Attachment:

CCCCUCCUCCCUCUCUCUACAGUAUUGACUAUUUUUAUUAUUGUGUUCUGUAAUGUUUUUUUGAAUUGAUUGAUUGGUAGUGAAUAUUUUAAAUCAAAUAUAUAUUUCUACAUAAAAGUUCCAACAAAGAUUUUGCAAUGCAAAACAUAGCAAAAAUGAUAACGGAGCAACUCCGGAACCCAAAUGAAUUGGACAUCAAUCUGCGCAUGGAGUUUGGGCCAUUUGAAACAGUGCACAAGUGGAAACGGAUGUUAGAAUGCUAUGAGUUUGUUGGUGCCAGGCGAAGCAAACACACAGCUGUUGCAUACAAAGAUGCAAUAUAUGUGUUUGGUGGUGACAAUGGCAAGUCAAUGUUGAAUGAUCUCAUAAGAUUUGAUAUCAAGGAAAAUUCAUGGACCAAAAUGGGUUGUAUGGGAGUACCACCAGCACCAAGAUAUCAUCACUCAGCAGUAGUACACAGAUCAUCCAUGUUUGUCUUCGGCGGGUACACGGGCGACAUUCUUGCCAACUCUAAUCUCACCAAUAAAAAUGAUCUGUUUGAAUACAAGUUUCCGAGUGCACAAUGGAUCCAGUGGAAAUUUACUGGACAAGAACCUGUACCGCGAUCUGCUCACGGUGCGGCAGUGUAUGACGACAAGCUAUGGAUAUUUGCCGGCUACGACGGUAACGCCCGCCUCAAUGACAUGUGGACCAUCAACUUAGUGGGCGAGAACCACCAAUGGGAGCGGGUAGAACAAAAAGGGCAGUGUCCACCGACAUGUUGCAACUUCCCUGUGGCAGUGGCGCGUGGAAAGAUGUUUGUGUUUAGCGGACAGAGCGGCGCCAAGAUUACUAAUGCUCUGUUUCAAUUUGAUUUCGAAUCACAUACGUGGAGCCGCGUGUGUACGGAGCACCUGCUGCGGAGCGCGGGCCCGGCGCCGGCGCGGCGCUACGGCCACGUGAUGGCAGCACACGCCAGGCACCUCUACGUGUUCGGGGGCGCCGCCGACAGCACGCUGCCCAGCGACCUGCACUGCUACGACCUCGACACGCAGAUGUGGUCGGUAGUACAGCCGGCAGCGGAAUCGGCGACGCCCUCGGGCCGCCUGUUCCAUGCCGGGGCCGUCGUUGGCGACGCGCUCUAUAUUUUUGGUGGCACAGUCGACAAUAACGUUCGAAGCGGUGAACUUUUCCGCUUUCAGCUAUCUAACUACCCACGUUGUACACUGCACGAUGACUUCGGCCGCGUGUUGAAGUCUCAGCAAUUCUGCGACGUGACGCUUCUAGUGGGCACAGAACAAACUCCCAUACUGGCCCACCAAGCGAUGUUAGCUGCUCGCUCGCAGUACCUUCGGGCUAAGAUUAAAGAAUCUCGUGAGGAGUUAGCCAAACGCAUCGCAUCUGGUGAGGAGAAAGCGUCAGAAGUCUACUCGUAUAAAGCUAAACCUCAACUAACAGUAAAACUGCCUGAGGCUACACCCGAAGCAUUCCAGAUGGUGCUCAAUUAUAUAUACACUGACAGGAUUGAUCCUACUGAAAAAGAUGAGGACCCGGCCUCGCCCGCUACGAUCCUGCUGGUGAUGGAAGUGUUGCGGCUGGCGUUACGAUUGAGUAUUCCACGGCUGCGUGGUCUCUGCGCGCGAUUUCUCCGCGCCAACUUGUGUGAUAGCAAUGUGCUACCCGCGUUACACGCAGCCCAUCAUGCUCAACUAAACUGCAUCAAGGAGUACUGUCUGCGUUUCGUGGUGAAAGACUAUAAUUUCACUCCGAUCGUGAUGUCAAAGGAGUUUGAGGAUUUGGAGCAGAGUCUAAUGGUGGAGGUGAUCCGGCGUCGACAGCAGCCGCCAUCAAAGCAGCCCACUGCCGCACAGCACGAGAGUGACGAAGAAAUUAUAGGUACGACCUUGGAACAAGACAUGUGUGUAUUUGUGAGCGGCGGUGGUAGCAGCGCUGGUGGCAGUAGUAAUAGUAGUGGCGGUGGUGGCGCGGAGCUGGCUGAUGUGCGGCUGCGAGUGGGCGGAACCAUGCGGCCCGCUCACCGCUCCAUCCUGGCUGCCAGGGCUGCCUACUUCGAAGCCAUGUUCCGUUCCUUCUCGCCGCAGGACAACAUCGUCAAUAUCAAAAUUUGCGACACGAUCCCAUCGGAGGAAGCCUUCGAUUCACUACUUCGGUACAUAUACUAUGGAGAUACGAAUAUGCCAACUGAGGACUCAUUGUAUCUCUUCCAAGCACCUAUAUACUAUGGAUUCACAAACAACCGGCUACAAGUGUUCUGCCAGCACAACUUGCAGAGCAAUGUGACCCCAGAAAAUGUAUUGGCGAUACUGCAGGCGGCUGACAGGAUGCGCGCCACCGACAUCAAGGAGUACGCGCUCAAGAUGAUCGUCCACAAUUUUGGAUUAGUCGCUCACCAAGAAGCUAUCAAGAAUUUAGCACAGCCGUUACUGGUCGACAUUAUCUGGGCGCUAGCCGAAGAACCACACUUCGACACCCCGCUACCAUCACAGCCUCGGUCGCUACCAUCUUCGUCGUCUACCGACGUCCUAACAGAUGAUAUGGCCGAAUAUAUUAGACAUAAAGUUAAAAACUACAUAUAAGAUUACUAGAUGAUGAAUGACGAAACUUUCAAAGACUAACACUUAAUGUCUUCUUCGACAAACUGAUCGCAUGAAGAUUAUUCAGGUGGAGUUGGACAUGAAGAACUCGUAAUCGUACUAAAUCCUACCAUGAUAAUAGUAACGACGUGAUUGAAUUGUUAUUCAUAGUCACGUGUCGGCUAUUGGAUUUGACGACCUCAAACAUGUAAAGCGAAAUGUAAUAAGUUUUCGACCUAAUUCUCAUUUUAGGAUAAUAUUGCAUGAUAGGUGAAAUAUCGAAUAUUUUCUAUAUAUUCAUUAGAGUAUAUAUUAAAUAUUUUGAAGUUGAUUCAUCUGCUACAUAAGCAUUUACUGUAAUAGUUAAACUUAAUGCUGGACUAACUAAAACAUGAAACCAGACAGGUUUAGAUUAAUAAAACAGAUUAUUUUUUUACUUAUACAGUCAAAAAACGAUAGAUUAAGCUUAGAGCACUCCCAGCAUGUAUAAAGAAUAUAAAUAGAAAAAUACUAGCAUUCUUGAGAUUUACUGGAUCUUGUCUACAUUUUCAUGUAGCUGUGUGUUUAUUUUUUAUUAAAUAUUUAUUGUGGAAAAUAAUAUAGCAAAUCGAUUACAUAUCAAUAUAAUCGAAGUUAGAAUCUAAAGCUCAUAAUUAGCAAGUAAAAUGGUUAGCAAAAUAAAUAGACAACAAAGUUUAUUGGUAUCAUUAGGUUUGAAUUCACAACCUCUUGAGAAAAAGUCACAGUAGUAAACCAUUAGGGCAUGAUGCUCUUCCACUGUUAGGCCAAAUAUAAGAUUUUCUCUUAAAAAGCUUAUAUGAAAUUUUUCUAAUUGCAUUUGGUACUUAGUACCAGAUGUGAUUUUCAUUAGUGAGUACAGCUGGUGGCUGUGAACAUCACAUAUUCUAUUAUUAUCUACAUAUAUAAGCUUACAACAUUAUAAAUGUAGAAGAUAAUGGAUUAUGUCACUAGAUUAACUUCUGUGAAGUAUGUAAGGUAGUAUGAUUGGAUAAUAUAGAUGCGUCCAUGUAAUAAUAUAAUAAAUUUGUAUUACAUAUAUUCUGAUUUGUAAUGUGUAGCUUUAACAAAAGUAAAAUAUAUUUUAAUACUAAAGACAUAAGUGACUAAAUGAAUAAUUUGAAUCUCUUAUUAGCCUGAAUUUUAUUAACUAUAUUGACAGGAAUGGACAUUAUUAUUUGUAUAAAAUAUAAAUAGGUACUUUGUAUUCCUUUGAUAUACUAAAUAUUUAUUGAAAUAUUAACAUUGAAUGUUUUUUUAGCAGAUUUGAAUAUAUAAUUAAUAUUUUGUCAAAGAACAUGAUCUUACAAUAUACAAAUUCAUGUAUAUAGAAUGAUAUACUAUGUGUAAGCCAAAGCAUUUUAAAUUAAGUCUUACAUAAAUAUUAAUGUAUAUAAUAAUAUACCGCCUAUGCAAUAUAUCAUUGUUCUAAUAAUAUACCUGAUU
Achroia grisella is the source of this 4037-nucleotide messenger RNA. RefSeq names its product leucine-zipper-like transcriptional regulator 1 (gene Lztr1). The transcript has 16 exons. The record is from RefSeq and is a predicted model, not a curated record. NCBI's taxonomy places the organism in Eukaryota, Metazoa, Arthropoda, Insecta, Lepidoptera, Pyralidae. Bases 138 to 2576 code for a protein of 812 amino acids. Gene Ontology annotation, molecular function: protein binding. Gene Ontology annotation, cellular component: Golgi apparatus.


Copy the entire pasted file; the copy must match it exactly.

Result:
CCCCUCCUCCCUCUCUCUACAGUAUUGACUAUUUUUAUUAUUGUGUUCUGUAAUGUUUUUUUGAAUUGAUUGAUUGGUAGUGAAUAUUUUAAAUCAAAUAUAUAUUUCUACAUAAAAGUUCCAACAAAGAUUUUGCAAUGCAAAACAUAGCAAAAAUGAUAACGGAGCAACUCCGGAACCCAAAUGAAUUGGACAUCAAUCUGCGCAUGGAGUUUGGGCCAUUUGAAACAGUGCACAAGUGGAAACGGAUGUUAGAAUGCUAUGAGUUUGUUGGUGCCAGGCGAAGCAAACACACAGCUGUUGCAUACAAAGAUGCAAUAUAUGUGUUUGGUGGUGACAAUGGCAAGUCAAUGUUGAAUGAUCUCAUAAGAUUUGAUAUCAAGGAAAAUUCAUGGACCAAAAUGGGUUGUAUGGGAGUACCACCAGCACCAAGAUAUCAUCACUCAGCAGUAGUACACAGAUCAUCCAUGUUUGUCUUCGGCGGGUACACGGGCGACAUUCUUGCCAACUCUAAUCUCACCAAUAAAAAUGAUCUGUUUGAAUACAAGUUUCCGAGUGCACAAUGGAUCCAGUGGAAAUUUACUGGACAAGAACCUGUACCGCGAUCUGCUCACGGUGCGGCAGUGUAUGACGACAAGCUAUGGAUAUUUGCCGGCUACGACGGUAACGCCCGCCUCAAUGACAUGUGGACCAUCAACUUAGUGGGCGAGAACCACCAAUGGGAGCGGGUAGAACAAAAAGGGCAGUGUCCACCGACAUGUUGCAACUUCCCUGUGGCAGUGGCGCGUGGAAAGAUGUUUGUGUUUAGCGGACAGAGCGGCGCCAAGAUUACUAAUGCUCUGUUUCAAUUUGAUUUCGAAUCACAUACGUGGAGCCGCGUGUGUACGGAGCACCUGCUGCGGAGCGCGGGCCCGGCGCCGGCGCGGCGCUACGGCCACGUGAUGGCAGCACACGCCAGGCACCUCUACGUGUUCGGGGGCGCCGCCGACAGCACGCUGCCCAGCGACCUGCACUGCUACGACCUCGACACGCAGAUGUGGUCGGUAGUACAGCCGGCAGCGGAAUCGGCGACGCCCUCGGGCCGCCUGUUCCAUGCCGGGGCCGUCGUUGGCGACGCGCUCUAUAUUUUUGGUGGCACAGUCGACAAUAACGUUCGAAGCGGUGAACUUUUCCGCUUUCAGCUAUCUAACUACCCACGUUGUACACUGCACGAUGACUUCGGCCGCGUGUUGAAGUCUCAGCAAUUCUGCGACGUGACGCUUCUAGUGGGCACAGAACAAACUCCCAUACUGGCCCACCAAGCGAUGUUAGCUGCUCGCUCGCAGUACCUUCGGGCUAAGAUUAAAGAAUCUCGUGAGGAGUUAGCCAAACGCAUCGCAUCUGGUGAGGAGAAAGCGUCAGAAGUCUACUCGUAUAAAGCUAAACCUCAACUAACAGUAAAACUGCCUGAGGCUACACCCGAAGCAUUCCAGAUGGUGCUCAAUUAUAUAUACACUGACAGGAUUGAUCCUACUGAAAAAGAUGAGGACCCGGCCUCGCCCGCUACGAUCCUGCUGGUGAUGGAAGUGUUGCGGCUGGCGUUACGAUUGAGUAUUCCACGGCUGCGUGGUCUCUGCGCGCGAUUUCUCCGCGCCAACUUGUGUGAUAGCAAUGUGCUACCCGCGUUACACGCAGCCCAUCAUGCUCAACUAAACUGCAUCAAGGAGUACUGUCUGCGUUUCGUGGUGAAAGACUAUAAUUUCACUCCGAUCGUGAUGUCAAAGGAGUUUGAGGAUUUGGAGCAGAGUCUAAUGGUGGAGGUGAUCCGGCGUCGACAGCAGCCGCCAUCAAAGCAGCCCACUGCCGCACAGCACGAGAGUGACGAAGAAAUUAUAGGUACGACCUUGGAACAAGACAUGUGUGUAUUUGUGAGCGGCGGUGGUAGCAGCGCUGGUGGCAGUAGUAAUAGUAGUGGCGGUGGUGGCGCGGAGCUGGCUGAUGUGCGGCUGCGAGUGGGCGGAACCAUGCGGCCCGCUCACCGCUCCAUCCUGGCUGCCAGGGCUGCCUACUUCGAAGCCAUGUUCCGUUCCUUCUCGCCGCAGGACAACAUCGUCAAUAUCAAAAUUUGCGACACGAUCCCAUCGGAGGAAGCCUUCGAUUCACUACUUCGGUACAUAUACUAUGGAGAUACGAAUAUGCCAACUGAGGACUCAUUGUAUCUCUUCCAAGCACCUAUAUACUAUGGAUUCACAAACAACCGGCUACAAGUGUUCUGCCAGCACAACUUGCAGAGCAAUGUGACCCCAGAAAAUGUAUUGGCGAUACUGCAGGCGGCUGACAGGAUGCGCGCCACCGACAUCAAGGAGUACGCGCUCAAGAUGAUCGUCCACAAUUUUGGAUUAGUCGCUCACCAAGAAGCUAUCAAGAAUUUAGCACAGCCGUUACUGGUCGACAUUAUCUGGGCGCUAGCCGAAGAACCACACUUCGACACCCCGCUACCAUCACAGCCUCGGUCGCUACCAUCUUCGUCGUCUACCGACGUCCUAACAGAUGAUAUGGCCGAAUAUAUUAGACAUAAAGUUAAAAACUACAUAUAAGAUUACUAGAUGAUGAAUGACGAAACUUUCAAAGACUAACACUUAAUGUCUUCUUCGACAAACUGAUCGCAUGAAGAUUAUUCAGGUGGAGUUGGACAUGAAGAACUCGUAAUCGUACUAAAUCCUACCAUGAUAAUAGUAACGACGUGAUUGAAUUGUUAUUCAUAGUCACGUGUCGGCUAUUGGAUUUGACGACCUCAAACAUGUAAAGCGAAAUGUAAUAAGUUUUCGACCUAAUUCUCAUUUUAGGAUAAUAUUGCAUGAUAGGUGAAAUAUCGAAUAUUUUCUAUAUAUUCAUUAGAGUAUAUAUUAAAUAUUUUGAAGUUGAUUCAUCUGCUACAUAAGCAUUUACUGUAAUAGUUAAACUUAAUGCUGGACUAACUAAAACAUGAAACCAGACAGGUUUAGAUUAAUAAAACAGAUUAUUUUUUUACUUAUACAGUCAAAAAACGAUAGAUUAAGCUUAGAGCACUCCCAGCAUGUAUAAAGAAUAUAAAUAGAAAAAUACUAGCAUUCUUGAGAUUUACUGGAUCUUGUCUACAUUUUCAUGUAGCUGUGUGUUUAUUUUUUAUUAAAUAUUUAUUGUGGAAAAUAAUAUAGCAAAUCGAUUACAUAUCAAUAUAAUCGAAGUUAGAAUCUAAAGCUCAUAAUUAGCAAGUAAAAUGGUUAGCAAAAUAAAUAGACAACAAAGUUUAUUGGUAUCAUUAGGUUUGAAUUCACAACCUCUUGAGAAAAAGUCACAGUAGUAAACCAUUAGGGCAUGAUGCUCUUCCACUGUUAGGCCAAAUAUAAGAUUUUCUCUUAAAAAGCUUAUAUGAAAUUUUUCUAAUUGCAUUUGGUACUUAGUACCAGAUGUGAUUUUCAUUAGUGAGUACAGCUGGUGGCUGUGAACAUCACAUAUUCUAUUAUUAUCUACAUAUAUAAGCUUACAACAUUAUAAAUGUAGAAGAUAAUGGAUUAUGUCACUAGAUUAACUUCUGUGAAGUAUGUAAGGUAGUAUGAUUGGAUAAUAUAGAUGCGUCCAUGUAAUAAUAUAAUAAAUUUGUAUUACAUAUAUUCUGAUUUGUAAUGUGUAGCUUUAACAAAAGUAAAAUAUAUUUUAAUACUAAAGACAUAAGUGACUAAAUGAAUAAUUUGAAUCUCUUAUUAGCCUGAAUUUUAUUAACUAUAUUGACAGGAAUGGACAUUAUUAUUUGUAUAAAAUAUAAAUAGGUACUUUGUAUUCCUUUGAUAUACUAAAUAUUUAUUGAAAUAUUAACAUUGAAUGUUUUUUUAGCAGAUUUGAAUAUAUAAUUAAUAUUUUGUCAAAGAACAUGAUCUUACAAUAUACAAAUUCAUGUAUAUAGAAUGAUAUACUAUGUGUAAGCCAAAGCAUUUUAAAUUAAGUCUUACAUAAAUAUUAAUGUAUAUAAUAAUAUACCGCCUAUGCAAUAUAUCAUUGUUCUAAUAAUAUACCUGAUU
Achroia grisella is the source of this 4037-nucleotide messenger RNA. RefSeq names its product leucine-zipper-like transcriptional regulator 1 (gene Lztr1). The transcript has 16 exons. The record is from RefSeq and is a predicted model, not a curated record. NCBI's taxonomy places the organism in Eukaryota, Metazoa, Arthropoda, Insecta, Lepidoptera, Pyralidae. Bases 138 to 2576 code for a protein of 812 amino acids. Gene Ontology annotation, molecular function: protein binding. Gene Ontology annotation, cellular component: Golgi apparatus.